“Can baboons commit suicide?”
“It was our guests’ first time in Africa. They asked us about termite mounds so we pulled up to one just as a warthog was scurrying out of its burrow. One of the guests asked if that was a termite.”
What’s the strangest thing you’ve seen a guest do on safari?
“I had one guest who would quack like a duck at random, but regular, intervals throughout the entire safari. I still don’t know why he did it.”
“I asked my guest what he was hoping to see and he said he was only interested in getting photos of animals doing a #2. I didn’t question it, but after two days of sitting with different animals, waiting for them to do their ‘business’, my curiosity got the better of me and I just had to ask. He laughed and explained that he was in charge of decorating their newly-renovated bathroom back home. He wanted to frame pictures of wild animals in their ‘bathroom’ as an inspiration to the person on the throne.”
“My tracker and I got out to investigate lion tracks. A guest tried to follow, giving advice.”
“I had one guest who would stand up and try to grab the thorniest branches every time we went off-road. I also had a couple that just made out non-stop. It was rather awkward for the other four guests on the vehicle.”
“One guest took off his pants, saying it was a very hot day!”
“My guest, who was three months pregnant, tried to stand on her seat while the vehicle was moving! I almost had a heart attack.”
“I saw a guest going for an early 05h45 unsupervised ‘stroll’ in his striped pyjamas from a mobile camp in the Serengeti. I only saw him (1 mile out of camp) because of the pyjamas!”
“One guest tried to jump out of the vehicle into a pride of lions so that he could take a photo of the vehicle and the lions together. He wasn’t happy when I stopped him, telling me he had been a professional hunter for 15 years.”
“I once had a guest that would pretend to shoot every animal as we drove out of a sighting, which obviously didn’t sit very well with me.”
“One of my guests tried to urinate in a hot water bottle. Thankfully I caught him on time!”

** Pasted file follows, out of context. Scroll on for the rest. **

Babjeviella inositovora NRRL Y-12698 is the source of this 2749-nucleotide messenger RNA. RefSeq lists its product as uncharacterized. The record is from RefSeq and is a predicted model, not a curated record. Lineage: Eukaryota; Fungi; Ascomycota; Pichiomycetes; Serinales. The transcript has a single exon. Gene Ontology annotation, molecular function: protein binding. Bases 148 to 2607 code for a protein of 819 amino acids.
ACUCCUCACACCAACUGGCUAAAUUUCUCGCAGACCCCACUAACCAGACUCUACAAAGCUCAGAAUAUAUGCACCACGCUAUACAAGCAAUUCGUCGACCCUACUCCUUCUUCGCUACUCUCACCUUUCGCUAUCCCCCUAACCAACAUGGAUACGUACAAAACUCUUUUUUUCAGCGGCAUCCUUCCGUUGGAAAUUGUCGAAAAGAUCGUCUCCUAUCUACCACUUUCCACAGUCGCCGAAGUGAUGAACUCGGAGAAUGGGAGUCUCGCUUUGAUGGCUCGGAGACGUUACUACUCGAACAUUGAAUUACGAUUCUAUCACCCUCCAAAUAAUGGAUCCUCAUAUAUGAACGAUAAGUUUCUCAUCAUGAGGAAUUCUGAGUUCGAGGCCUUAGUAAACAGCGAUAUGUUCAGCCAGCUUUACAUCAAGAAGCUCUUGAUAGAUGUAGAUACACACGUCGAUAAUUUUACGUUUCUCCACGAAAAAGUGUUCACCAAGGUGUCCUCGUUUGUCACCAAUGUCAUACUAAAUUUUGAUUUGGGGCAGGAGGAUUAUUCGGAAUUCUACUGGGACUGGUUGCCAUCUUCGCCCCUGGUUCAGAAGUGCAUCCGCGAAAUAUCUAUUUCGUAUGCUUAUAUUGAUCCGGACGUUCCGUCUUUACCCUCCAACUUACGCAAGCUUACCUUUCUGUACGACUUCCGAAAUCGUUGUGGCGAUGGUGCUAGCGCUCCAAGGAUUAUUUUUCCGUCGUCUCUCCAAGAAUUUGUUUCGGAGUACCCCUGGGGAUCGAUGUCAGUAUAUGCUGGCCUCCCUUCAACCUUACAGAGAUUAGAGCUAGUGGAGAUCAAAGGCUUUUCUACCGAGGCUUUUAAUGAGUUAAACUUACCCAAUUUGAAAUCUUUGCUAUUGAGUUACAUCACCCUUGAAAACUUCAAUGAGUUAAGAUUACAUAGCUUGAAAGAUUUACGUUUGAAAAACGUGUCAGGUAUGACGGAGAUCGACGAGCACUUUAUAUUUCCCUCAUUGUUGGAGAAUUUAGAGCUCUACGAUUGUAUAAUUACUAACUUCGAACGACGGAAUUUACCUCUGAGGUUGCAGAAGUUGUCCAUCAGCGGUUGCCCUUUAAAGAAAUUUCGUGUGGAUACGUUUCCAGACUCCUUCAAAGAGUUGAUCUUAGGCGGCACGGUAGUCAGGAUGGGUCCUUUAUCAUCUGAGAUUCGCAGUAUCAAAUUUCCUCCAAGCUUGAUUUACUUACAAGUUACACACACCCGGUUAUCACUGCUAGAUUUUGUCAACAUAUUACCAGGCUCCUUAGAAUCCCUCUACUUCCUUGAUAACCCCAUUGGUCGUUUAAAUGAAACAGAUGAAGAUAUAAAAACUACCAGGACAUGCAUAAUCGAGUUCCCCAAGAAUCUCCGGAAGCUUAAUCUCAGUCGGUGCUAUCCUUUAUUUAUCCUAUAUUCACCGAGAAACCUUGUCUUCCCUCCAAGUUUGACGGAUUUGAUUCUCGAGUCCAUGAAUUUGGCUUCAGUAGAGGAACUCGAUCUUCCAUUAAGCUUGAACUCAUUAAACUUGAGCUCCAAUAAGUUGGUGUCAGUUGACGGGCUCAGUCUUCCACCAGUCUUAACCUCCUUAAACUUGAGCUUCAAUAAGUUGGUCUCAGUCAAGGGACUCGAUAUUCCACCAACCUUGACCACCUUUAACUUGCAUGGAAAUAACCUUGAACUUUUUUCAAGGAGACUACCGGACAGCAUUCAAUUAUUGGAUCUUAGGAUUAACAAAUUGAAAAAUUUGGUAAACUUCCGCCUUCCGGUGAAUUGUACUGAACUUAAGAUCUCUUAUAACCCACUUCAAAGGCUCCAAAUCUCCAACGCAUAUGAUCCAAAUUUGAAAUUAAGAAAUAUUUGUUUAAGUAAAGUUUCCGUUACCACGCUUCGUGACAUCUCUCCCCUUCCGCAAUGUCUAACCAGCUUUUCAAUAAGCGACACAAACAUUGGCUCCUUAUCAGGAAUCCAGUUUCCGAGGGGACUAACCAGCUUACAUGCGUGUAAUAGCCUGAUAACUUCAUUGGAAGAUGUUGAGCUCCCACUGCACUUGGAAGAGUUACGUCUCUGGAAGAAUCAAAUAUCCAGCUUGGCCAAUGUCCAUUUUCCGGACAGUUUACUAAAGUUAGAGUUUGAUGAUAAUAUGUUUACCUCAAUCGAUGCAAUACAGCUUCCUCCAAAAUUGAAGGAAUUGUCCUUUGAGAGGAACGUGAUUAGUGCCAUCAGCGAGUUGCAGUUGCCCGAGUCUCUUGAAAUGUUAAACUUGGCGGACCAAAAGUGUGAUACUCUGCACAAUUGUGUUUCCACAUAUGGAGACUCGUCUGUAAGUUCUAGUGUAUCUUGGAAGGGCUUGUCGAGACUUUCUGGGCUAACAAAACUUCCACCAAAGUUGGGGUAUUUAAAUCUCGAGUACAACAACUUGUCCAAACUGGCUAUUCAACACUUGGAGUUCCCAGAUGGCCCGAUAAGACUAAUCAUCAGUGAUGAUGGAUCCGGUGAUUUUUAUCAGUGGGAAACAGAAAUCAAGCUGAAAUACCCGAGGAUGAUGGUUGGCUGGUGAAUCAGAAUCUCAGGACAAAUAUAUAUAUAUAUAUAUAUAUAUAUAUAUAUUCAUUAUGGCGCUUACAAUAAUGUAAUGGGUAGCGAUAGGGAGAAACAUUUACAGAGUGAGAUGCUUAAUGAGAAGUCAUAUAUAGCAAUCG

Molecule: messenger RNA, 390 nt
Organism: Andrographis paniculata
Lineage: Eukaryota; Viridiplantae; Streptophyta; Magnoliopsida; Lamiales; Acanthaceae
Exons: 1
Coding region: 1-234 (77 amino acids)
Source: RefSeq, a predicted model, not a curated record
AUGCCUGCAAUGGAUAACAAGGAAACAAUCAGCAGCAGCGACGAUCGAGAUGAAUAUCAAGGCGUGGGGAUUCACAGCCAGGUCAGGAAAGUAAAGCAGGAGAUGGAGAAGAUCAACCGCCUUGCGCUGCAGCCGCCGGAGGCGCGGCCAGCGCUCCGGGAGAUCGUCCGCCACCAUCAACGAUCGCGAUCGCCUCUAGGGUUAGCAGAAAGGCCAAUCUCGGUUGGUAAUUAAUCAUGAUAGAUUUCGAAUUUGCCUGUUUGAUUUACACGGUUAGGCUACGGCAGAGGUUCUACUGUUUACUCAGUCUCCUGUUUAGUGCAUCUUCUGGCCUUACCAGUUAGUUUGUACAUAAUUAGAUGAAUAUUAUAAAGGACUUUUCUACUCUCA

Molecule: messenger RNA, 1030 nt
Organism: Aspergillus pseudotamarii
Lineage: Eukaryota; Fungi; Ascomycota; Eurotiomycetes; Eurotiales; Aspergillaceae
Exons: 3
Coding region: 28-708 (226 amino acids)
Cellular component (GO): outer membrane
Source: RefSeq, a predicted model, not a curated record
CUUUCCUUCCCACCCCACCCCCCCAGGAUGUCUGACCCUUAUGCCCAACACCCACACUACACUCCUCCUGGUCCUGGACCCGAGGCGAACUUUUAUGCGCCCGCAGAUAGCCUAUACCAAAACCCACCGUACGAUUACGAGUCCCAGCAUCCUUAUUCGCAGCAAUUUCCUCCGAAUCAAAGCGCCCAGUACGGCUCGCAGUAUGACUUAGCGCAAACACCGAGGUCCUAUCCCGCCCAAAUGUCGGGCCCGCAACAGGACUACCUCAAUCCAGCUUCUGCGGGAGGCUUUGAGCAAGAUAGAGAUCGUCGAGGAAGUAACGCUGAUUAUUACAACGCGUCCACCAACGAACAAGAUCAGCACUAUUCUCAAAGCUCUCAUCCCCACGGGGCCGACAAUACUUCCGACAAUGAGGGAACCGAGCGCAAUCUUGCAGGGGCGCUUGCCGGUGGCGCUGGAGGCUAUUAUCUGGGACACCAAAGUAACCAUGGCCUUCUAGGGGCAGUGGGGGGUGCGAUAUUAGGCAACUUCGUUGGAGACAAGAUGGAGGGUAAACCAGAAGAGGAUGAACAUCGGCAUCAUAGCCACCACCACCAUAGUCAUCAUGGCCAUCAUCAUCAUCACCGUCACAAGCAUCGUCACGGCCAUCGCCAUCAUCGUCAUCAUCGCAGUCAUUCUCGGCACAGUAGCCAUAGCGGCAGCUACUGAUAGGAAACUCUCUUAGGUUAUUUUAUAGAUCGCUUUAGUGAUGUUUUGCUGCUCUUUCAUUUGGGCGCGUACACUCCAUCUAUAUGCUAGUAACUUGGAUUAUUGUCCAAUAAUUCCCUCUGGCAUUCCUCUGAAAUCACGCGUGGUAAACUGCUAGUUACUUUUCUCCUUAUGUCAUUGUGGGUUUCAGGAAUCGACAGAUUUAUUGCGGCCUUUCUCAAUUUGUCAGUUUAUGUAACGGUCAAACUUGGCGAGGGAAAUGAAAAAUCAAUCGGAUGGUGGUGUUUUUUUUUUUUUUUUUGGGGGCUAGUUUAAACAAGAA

“While at a buffalo sighting, the man sitting next to me in the front seat decided he wanted to climb out of the vehicle and try to ride one of the buffalo. Needless to say he jumped back into the vehicle at the speed of light once the buffalo realised his intentions.”
“One of my guests asked me to stop for a bathroom break. He got out of the vehicle and found a big pile of elephant dung. He then proceeded to remove his pants and pretended to use the same spot for his bathroom break while his family took pictures of him.”
“While I was busy talking to other guests at a lion sighting, one guest decided it was the perfect time to jump out of the vehicle for a bathroom break.”
“One guest pulled out his Leatherman to ‘protect’ his girlfriend from lions.”
“When my guest arrived for our nature walk, she was wearing a cerise pink jersey. After a lengthy explanation of why this wasn’t safe, she headed back to her room to change into something more neutral. Once I completed the safety briefing, we headed off into the bush. A few steps later, I turned around to explain something to the group and the very same guest was happily walking along behind me, holding a large red umbrella that was opened up and being carried high above her head like a giant beacon in the sparse winter scrub.”